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Living with Dementia

Alzheimer’s disease: are we close to finding a cure?

  • - Dementia News
  • Aug 25, 2014
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Tags: | alzheimer's | alzheimer's disease | beta-amyloid | chronic sleep deprivation |

First described in 1906 by Dr. Alois Alzheimer, Alzheimer’s disease is the most common form of dementia, accounting for around 60-80% of cases. It is characterized by problems with memory, thinking and behavior.

Onset is most common in individuals aged 65 and over, although people in their 40s and 50s can develop what is classed as early-onset Alzheimer’s.

Alzheimer’s is a progressive disease, meaning memory loss is mild in the beginning, but it worsens over time to the extent that individuals are unable to have conversations or respond to their surroundings.

There are treatments that have been approved by the US Food and Drug Administration (FDA) for Alzheimer’s. For example, cholinesterase inhibitors and memantine can help treat memory and thinking problems. But these drugs just help manage the symptoms; there is currently no cure for the disease.

In the US, around 5 million people aged 65 and over are living with Alzheimer’s, the majority of whom are women. This number is expected to almost triple to 16 million by 2050. Figures are similar worldwide; by 2050, more than 115 million people are expected to have the disease.

Current Alzheimer’s prevalence in the US makes it the 6th leading cause of death, killing more than half a million seniors every year. To put this in perspective, Alzheimer’s disease currently kills more people each year than prostate cancer and breast cancer combined.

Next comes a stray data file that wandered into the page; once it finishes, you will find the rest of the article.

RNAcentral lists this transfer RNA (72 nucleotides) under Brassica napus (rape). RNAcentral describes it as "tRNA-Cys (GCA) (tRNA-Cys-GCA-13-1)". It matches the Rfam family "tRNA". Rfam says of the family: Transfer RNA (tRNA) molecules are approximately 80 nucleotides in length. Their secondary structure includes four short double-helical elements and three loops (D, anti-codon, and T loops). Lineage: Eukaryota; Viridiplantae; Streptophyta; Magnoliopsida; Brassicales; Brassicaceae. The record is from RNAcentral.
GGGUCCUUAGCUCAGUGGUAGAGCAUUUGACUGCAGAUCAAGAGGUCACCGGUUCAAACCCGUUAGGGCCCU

Heather Snyder, PhD, director of medical and scientific operations at the Alzheimer’s Association, stated an interesting fact when talking to Medical News Today:

  “As the 6th leading cause of death, Alzheimer’s disease is the only cause of death in the top 10 that we currently do not have a way to prevent, or to stop or slow its progression.”

This is certainly not through lack of trying. In the last month alone, we have reported how scientists restored memory and learning deficits in Alzheimer’s mouse models, how vitamin D deficiency could increase the risk of developing dementia, and how DNA methylation in the brain is linked to Alzheimer’s.

But what have these studies taught researchers about Alzheimer’s so far?

Preventing and targeting plaques and tangles

As with all diseases, knowing exactly what causes Alzheimer’s is key to identifying ways to prevent and treat the condition.

Past research has indicated that Alzheimer’s occurs when two abnormal brain structures - plaques and tangles - damage and kill nerve cells, causing the memory, thinking and behavioral problems associated with the disease.

Plaques are fragments of a protein called beta-amyloid, which build up in areas between nerve cells. Tangles are twisted fibers of a protein called tau, which accumulate inside brain cells.

Although the jury is still out on the exact roles plaques and tangles play in the development of Alzheimer’s, studies have suggested that build up of these proteins begins long before symptoms develop.

“Evidence suggests that the process of Alzheimer’s disease begins more than a decade before clinical symptoms appear, suggesting we may need to intervene earlier to have a major impact on the course of the disease, particularly when using therapies designed to prevent the development of abnormal protein structures - plaques and tangles - that are abundant in the brains of people with Alzheimer’s,” says Snyder.

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